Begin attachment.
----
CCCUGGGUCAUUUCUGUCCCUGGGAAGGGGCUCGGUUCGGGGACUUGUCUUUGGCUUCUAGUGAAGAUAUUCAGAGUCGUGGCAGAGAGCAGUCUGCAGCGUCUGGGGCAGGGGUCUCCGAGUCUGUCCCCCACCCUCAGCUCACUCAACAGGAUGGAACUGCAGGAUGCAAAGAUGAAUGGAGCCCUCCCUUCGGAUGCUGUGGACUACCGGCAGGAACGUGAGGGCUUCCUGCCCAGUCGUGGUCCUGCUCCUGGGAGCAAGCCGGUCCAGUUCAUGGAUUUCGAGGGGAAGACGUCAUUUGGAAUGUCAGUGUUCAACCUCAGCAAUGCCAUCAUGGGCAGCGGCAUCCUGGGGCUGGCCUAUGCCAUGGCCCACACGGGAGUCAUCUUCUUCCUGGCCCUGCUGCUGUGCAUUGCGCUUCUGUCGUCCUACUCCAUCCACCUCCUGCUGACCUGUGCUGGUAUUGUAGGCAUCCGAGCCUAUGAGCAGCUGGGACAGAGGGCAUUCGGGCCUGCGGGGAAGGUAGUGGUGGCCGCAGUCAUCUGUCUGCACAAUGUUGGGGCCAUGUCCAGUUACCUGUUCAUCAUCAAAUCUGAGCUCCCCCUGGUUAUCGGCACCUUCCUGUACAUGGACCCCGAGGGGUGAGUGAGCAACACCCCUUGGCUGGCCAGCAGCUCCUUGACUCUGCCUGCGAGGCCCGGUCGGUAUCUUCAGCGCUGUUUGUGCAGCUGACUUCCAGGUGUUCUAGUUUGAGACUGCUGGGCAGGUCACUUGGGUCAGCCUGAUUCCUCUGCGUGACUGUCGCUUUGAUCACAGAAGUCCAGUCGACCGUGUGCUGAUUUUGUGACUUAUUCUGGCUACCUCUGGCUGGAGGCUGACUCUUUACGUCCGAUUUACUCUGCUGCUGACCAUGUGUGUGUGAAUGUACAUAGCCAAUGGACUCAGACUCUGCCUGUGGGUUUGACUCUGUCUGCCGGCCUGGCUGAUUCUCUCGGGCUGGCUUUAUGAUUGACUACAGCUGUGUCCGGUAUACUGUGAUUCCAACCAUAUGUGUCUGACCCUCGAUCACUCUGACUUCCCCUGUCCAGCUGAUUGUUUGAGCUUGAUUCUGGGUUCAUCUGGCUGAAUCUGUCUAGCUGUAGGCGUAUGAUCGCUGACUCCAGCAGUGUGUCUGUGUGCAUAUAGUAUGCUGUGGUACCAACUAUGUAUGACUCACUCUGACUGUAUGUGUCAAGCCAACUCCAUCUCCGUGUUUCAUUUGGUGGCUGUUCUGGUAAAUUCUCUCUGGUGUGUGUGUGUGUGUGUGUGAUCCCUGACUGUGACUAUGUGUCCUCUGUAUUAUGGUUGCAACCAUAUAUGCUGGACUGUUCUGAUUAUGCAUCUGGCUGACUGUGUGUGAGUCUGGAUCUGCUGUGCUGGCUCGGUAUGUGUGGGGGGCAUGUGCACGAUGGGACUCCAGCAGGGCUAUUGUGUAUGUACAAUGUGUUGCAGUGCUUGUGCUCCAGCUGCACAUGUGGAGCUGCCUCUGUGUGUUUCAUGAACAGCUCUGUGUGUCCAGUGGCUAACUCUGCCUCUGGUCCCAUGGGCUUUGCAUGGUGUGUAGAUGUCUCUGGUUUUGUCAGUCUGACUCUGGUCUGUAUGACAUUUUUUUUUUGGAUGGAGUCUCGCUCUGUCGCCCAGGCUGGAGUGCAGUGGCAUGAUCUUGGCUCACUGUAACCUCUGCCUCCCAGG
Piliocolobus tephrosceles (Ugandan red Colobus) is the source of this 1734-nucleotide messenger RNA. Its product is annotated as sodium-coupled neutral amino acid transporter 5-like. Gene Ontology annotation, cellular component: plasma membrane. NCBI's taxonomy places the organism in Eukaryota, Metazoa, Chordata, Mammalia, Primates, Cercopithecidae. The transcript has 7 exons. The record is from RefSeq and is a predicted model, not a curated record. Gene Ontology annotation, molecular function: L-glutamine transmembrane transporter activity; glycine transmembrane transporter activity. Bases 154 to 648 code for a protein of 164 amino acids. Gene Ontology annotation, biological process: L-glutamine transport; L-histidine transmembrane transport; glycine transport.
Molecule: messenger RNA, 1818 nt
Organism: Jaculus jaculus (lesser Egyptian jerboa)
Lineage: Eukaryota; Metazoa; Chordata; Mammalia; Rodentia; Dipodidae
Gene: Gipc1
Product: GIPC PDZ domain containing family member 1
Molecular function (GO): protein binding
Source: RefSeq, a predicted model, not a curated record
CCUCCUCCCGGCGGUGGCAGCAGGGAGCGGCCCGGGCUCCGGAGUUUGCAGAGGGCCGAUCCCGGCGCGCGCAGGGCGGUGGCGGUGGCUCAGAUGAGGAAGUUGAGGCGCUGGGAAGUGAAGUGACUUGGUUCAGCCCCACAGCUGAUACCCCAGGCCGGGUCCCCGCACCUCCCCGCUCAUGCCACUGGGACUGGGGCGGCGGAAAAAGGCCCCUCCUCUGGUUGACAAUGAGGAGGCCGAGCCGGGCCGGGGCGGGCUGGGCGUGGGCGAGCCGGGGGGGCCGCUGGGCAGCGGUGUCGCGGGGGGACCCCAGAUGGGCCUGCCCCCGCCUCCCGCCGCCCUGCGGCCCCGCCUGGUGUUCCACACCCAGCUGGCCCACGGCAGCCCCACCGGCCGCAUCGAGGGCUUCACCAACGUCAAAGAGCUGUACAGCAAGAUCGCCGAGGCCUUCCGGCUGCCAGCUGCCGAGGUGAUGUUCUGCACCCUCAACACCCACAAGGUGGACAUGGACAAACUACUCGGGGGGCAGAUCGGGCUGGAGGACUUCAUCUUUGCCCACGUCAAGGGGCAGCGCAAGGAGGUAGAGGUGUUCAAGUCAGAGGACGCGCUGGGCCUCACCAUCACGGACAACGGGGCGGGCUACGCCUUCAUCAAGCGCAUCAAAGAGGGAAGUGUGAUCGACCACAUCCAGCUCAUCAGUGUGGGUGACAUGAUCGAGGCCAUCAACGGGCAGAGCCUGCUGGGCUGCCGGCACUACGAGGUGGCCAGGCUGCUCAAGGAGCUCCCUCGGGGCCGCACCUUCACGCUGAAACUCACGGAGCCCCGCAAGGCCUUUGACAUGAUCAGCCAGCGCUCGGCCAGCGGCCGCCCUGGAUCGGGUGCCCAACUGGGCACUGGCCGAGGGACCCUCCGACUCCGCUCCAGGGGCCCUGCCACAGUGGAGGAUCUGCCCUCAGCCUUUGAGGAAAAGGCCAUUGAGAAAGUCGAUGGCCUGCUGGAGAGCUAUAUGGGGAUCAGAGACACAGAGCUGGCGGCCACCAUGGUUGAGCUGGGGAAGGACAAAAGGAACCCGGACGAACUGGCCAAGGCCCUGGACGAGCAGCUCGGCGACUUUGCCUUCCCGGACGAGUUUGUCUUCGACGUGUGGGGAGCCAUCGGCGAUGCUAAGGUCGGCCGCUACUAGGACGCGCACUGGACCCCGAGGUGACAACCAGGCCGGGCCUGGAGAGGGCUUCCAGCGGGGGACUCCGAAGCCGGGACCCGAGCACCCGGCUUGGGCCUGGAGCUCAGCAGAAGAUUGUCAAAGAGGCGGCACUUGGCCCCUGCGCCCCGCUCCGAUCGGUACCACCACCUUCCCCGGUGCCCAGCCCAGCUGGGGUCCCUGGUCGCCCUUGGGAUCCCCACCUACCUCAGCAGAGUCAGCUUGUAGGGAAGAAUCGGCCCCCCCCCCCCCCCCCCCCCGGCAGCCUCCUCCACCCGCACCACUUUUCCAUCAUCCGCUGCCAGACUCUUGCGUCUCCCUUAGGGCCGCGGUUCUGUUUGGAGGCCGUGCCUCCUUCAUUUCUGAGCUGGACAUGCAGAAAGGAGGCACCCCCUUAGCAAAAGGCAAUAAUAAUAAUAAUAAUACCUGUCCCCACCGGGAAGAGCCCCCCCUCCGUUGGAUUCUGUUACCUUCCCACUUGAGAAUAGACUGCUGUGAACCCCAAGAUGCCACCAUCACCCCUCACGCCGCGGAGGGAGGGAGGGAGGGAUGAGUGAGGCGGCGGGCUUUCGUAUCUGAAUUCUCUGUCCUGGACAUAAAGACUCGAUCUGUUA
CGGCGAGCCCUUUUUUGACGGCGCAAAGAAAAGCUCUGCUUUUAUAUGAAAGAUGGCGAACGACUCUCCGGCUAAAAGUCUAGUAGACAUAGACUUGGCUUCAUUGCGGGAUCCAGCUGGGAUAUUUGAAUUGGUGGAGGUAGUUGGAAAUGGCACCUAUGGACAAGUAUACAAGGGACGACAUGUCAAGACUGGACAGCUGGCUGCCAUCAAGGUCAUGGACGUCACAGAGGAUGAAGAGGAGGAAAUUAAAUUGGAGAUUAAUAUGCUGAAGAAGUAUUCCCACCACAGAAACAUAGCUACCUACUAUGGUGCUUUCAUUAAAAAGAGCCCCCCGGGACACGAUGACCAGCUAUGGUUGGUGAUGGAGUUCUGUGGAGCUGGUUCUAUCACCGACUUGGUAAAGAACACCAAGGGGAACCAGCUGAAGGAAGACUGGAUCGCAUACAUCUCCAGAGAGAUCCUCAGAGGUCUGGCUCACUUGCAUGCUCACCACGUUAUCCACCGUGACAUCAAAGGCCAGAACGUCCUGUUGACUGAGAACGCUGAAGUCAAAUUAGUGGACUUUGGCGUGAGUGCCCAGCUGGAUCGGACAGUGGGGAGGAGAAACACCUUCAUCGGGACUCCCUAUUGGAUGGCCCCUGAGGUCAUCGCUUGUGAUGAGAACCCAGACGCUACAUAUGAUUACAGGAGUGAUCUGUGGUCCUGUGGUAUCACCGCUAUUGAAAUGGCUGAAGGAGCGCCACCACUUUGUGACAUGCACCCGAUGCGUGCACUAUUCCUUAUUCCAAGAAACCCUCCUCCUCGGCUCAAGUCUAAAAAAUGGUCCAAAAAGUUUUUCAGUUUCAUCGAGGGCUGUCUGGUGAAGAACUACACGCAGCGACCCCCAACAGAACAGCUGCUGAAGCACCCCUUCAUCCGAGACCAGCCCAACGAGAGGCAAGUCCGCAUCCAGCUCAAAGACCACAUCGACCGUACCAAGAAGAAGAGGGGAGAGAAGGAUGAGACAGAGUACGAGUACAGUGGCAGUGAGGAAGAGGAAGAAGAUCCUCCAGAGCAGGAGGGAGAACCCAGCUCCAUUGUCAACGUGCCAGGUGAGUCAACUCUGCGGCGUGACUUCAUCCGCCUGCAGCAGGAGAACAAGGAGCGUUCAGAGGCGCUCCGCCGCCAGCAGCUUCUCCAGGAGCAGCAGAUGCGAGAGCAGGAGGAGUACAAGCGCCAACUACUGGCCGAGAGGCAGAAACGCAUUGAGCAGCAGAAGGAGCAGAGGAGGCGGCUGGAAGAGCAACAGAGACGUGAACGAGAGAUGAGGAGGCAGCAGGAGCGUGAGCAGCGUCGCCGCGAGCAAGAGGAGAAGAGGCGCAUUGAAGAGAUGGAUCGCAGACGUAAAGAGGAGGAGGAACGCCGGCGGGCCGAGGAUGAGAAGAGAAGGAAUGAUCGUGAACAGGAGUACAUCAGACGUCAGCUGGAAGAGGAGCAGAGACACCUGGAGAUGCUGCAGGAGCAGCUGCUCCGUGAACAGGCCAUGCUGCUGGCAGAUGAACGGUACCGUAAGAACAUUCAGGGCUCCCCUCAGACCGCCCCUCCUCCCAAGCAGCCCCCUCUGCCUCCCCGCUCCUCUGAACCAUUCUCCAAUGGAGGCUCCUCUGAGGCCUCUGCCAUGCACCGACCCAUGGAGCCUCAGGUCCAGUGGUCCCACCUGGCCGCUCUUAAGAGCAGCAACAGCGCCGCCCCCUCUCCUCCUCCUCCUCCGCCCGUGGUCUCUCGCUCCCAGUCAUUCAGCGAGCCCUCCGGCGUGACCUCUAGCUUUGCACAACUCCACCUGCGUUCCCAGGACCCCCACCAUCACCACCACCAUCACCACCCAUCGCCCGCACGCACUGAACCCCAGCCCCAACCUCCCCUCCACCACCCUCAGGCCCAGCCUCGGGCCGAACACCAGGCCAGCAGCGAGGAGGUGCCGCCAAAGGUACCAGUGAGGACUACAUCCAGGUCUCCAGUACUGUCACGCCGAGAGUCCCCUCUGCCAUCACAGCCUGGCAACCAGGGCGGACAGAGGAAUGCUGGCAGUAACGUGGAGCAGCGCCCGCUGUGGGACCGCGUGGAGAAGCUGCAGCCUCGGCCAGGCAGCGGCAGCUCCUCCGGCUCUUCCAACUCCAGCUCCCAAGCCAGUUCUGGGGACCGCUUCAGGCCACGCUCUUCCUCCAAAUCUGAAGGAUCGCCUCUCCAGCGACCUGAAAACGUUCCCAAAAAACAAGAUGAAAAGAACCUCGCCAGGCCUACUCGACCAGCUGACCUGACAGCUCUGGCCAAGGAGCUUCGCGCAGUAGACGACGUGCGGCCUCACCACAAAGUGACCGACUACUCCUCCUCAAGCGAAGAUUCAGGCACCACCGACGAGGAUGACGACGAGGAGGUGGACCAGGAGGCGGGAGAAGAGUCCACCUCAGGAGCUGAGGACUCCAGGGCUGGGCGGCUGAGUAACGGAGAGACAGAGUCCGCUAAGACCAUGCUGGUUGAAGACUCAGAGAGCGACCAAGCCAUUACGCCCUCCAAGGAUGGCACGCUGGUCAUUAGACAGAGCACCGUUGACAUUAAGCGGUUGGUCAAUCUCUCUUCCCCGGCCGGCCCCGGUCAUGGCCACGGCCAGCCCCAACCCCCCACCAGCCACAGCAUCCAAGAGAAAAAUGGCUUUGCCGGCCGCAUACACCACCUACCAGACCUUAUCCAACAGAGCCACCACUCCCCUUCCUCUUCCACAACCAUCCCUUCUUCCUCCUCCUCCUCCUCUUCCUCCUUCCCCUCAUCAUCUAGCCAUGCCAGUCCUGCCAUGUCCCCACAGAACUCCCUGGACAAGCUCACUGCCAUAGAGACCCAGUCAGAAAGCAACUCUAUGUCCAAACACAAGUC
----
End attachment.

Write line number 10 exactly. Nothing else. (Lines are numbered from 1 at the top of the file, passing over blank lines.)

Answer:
CCUCCUCCCGGCGGUGGCAGCAGGGAGCGGCCCGGGCUCCGGAGUUUGCAGAGGGCCGAUCCCGGCGCGCGCAGGGCGGUGGCGGUGGCUCAGAUGAGGAAGUUGAGGCGCUGGGAAGUGAAGUGACUUGGUUCAGCCCCACAGCUGAUACCCCAGGCCGGGUCCCCGCACCUCCCCGCUCAUGCCACUGGGACUGGGGCGGCGGAAAAAGGCCCCUCCUCUGGUUGACAAUGAGGAGGCCGAGCCGGGCCGGGGCGGGCUGGGCGUGGGCGAGCCGGGGGGGCCGCUGGGCAGCGGUGUCGCGGGGGGACCCCAGAUGGGCCUGCCCCCGCCUCCCGCCGCCCUGCGGCCCCGCCUGGUGUUCCACACCCAGCUGGCCCACGGCAGCCCCACCGGCCGCAUCGAGGGCUUCACCAACGUCAAAGAGCUGUACAGCAAGAUCGCCGAGGCCUUCCGGCUGCCAGCUGCCGAGGUGAUGUUCUGCACCCUCAACACCCACAAGGUGGACAUGGACAAACUACUCGGGGGGCAGAUCGGGCUGGAGGACUUCAUCUUUGCCCACGUCAAGGGGCAGCGCAAGGAGGUAGAGGUGUUCAAGUCAGAGGACGCGCUGGGCCUCACCAUCACGGACAACGGGGCGGGCUACGCCUUCAUCAAGCGCAUCAAAGAGGGAAGUGUGAUCGACCACAUCCAGCUCAUCAGUGUGGGUGACAUGAUCGAGGCCAUCAACGGGCAGAGCCUGCUGGGCUGCCGGCACUACGAGGUGGCCAGGCUGCUCAAGGAGCUCCCUCGGGGCCGCACCUUCACGCUGAAACUCACGGAGCCCCGCAAGGCCUUUGACAUGAUCAGCCAGCGCUCGGCCAGCGGCCGCCCUGGAUCGGGUGCCCAACUGGGCACUGGCCGAGGGACCCUCCGACUCCGCUCCAGGGGCCCUGCCACAGUGGAGGAUCUGCCCUCAGCCUUUGAGGAAAAGGCCAUUGAGAAAGUCGAUGGCCUGCUGGAGAGCUAUAUGGGGAUCAGAGACACAGAGCUGGCGGCCACCAUGGUUGAGCUGGGGAAGGACAAAAGGAACCCGGACGAACUGGCCAAGGCCCUGGACGAGCAGCUCGGCGACUUUGCCUUCCCGGACGAGUUUGUCUUCGACGUGUGGGGAGCCAUCGGCGAUGCUAAGGUCGGCCGCUACUAGGACGCGCACUGGACCCCGAGGUGACAACCAGGCCGGGCCUGGAGAGGGCUUCCAGCGGGGGACUCCGAAGCCGGGACCCGAGCACCCGGCUUGGGCCUGGAGCUCAGCAGAAGAUUGUCAAAGAGGCGGCACUUGGCCCCUGCGCCCCGCUCCGAUCGGUACCACCACCUUCCCCGGUGCCCAGCCCAGCUGGGGUCCCUGGUCGCCCUUGGGAUCCCCACCUACCUCAGCAGAGUCAGCUUGUAGGGAAGAAUCGGCCCCCCCCCCCCCCCCCCCCCGGCAGCCUCCUCCACCCGCACCACUUUUCCAUCAUCCGCUGCCAGACUCUUGCGUCUCCCUUAGGGCCGCGGUUCUGUUUGGAGGCCGUGCCUCCUUCAUUUCUGAGCUGGACAUGCAGAAAGGAGGCACCCCCUUAGCAAAAGGCAAUAAUAAUAAUAAUAAUACCUGUCCCCACCGGGAAGAGCCCCCCCUCCGUUGGAUUCUGUUACCUUCCCACUUGAGAAUAGACUGCUGUGAACCCCAAGAUGCCACCAUCACCCCUCACGCCGCGGAGGGAGGGAGGGAGGGAUGAGUGAGGCGGCGGGCUUUCGUAUCUGAAUUCUCUGUCCUGGACAUAAAGACUCGAUCUGUUA